The health benefits of active travel was shared in a research paper published in the British Medical Journal. “Association Between Active Commuting and Incident Cardiovascular Disease, Cancer and Mortality: Prospective Cohort Study” followed 263,450 commuters who used walking, cycling or mixed-mode versus non-active (car or public transportation).
The participants were comprised of 52% women/48% men with an average age of 52.6 years old who commuted on a typical work day. Follow-ups were conducted approximately 5 years later.
- Cycling commuting was associated with a lower risk of all cause mortality and adverse cardiovascular disease (CVD) and cancer outcomes
- Walking commuting was associated with lower risk of (CVD) incidence and mortality, in a dose dependent manner and independent of a range of confounding factors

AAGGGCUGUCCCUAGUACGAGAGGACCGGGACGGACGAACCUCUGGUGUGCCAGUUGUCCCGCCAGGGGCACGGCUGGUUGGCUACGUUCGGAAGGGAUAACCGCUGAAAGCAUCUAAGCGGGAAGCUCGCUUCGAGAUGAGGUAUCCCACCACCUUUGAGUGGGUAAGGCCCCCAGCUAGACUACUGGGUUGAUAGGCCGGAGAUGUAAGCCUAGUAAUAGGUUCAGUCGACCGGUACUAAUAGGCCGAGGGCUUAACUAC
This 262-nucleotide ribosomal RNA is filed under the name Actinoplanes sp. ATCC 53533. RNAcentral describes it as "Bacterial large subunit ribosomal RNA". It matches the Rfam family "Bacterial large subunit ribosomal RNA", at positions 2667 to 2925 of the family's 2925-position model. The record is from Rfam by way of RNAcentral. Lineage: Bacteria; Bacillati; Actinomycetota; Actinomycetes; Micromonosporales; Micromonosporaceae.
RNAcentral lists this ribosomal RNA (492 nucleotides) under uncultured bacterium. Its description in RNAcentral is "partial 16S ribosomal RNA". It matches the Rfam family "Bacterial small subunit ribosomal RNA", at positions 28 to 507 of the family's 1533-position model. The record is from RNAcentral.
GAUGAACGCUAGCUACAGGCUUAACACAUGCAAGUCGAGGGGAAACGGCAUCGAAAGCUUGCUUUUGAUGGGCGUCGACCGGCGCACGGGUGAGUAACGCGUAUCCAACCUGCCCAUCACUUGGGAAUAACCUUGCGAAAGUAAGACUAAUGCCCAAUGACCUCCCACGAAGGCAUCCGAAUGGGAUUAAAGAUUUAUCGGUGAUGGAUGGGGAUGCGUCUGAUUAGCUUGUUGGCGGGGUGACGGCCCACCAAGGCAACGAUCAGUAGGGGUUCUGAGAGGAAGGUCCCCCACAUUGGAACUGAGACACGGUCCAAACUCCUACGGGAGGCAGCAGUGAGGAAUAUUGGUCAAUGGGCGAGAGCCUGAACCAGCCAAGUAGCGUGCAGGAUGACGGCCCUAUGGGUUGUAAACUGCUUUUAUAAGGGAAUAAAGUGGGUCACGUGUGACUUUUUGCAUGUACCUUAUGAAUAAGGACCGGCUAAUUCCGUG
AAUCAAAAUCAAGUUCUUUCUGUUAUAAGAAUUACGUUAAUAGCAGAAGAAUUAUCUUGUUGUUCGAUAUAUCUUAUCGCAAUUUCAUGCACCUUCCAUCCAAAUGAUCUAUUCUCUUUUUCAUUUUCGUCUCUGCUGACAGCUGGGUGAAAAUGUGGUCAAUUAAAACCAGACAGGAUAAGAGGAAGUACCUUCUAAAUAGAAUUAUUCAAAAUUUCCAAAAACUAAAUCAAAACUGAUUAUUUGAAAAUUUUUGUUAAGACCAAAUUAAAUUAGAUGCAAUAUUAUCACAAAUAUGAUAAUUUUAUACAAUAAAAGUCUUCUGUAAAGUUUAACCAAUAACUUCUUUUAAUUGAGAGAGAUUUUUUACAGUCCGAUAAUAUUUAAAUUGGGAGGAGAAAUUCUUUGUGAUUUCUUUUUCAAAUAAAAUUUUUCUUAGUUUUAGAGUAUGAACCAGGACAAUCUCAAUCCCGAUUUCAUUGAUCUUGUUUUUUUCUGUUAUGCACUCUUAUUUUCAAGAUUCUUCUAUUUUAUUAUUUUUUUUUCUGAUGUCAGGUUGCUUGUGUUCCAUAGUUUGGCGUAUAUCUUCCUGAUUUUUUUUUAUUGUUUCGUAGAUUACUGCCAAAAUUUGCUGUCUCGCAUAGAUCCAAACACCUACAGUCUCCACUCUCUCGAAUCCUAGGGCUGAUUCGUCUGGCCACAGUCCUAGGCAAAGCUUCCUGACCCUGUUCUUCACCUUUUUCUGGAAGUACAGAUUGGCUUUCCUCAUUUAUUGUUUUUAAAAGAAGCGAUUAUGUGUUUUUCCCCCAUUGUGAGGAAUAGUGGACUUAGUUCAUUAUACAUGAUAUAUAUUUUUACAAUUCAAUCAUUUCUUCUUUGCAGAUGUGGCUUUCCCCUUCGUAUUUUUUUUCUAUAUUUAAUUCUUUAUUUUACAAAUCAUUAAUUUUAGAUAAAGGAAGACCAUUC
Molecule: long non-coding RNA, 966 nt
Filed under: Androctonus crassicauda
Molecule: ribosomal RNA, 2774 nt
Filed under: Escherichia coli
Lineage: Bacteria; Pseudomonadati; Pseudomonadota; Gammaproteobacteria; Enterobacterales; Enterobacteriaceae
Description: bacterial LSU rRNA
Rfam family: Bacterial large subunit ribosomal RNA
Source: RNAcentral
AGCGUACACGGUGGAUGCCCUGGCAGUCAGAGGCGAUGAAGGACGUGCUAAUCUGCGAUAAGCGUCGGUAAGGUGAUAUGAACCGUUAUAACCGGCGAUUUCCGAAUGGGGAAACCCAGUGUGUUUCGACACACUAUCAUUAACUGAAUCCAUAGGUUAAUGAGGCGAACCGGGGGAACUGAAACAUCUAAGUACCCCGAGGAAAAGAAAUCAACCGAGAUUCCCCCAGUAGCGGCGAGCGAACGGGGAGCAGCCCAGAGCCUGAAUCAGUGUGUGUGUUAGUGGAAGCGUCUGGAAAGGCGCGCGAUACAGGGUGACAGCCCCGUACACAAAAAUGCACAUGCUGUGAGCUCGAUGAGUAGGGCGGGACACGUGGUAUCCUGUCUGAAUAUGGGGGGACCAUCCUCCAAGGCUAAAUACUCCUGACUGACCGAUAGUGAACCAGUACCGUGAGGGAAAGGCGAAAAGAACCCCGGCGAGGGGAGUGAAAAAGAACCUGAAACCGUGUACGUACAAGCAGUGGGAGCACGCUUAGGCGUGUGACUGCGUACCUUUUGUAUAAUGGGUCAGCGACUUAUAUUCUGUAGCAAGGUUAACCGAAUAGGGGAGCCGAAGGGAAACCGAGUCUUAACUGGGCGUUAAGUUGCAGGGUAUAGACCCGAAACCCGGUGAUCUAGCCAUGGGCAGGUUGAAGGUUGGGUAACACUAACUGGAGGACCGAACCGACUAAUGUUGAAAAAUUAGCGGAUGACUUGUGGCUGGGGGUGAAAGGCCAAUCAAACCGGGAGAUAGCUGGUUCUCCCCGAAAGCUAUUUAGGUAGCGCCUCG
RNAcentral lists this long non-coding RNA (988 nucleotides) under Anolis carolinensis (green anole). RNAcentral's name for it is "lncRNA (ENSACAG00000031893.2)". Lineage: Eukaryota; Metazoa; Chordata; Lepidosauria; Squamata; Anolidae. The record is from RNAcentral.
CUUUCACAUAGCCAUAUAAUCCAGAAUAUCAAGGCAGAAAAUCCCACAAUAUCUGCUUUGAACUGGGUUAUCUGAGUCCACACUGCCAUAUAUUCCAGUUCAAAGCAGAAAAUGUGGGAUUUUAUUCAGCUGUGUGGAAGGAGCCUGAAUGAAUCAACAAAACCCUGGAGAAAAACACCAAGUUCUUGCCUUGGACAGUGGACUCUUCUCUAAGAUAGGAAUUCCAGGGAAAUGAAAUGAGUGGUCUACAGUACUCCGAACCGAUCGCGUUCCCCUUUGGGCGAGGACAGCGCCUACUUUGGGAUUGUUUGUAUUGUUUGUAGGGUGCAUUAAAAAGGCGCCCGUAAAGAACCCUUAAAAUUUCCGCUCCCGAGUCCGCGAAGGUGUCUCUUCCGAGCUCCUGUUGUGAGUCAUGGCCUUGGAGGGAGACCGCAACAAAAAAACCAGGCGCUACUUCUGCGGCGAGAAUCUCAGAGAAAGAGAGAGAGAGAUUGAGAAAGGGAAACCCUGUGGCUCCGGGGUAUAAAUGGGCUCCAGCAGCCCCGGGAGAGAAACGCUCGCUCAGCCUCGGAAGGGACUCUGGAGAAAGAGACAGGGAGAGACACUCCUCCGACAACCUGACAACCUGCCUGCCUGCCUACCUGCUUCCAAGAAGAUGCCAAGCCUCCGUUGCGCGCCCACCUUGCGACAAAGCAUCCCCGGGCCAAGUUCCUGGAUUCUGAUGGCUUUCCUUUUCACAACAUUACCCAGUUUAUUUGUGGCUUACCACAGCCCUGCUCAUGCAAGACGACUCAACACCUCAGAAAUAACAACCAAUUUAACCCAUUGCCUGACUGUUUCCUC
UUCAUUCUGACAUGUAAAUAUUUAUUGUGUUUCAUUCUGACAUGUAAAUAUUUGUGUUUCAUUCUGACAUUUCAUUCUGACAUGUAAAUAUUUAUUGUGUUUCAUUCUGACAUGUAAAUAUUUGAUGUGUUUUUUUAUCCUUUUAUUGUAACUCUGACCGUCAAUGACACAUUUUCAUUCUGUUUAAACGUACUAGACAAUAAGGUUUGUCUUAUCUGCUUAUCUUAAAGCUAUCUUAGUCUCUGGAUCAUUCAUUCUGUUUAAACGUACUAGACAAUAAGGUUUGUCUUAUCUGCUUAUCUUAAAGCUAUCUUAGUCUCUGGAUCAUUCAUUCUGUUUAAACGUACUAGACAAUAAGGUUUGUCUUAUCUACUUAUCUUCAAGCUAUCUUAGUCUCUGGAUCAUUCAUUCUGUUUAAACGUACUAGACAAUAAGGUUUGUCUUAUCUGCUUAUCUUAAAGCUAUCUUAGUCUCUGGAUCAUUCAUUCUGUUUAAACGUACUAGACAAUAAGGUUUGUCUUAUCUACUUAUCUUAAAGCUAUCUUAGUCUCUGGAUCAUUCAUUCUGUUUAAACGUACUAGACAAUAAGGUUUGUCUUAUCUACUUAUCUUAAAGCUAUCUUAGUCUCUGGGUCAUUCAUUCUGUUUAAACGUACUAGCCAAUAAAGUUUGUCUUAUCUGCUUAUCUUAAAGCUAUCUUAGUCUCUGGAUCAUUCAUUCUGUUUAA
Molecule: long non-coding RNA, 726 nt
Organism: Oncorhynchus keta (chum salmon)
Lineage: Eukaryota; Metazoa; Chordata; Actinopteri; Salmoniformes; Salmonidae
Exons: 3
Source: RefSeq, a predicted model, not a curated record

- Mixed-mode commuting including a cycle component was associated with a lower risk of all cause mortality and cancer outcomes
- Policies designed to affect a population level modal shift to more active modes of commuting, particularly by cycle (eg, cycle lanes, city bike hire, subsidized cycle purchase schemes and increasing provision for cycles on public transport) may present major opportunities for the improvement of public health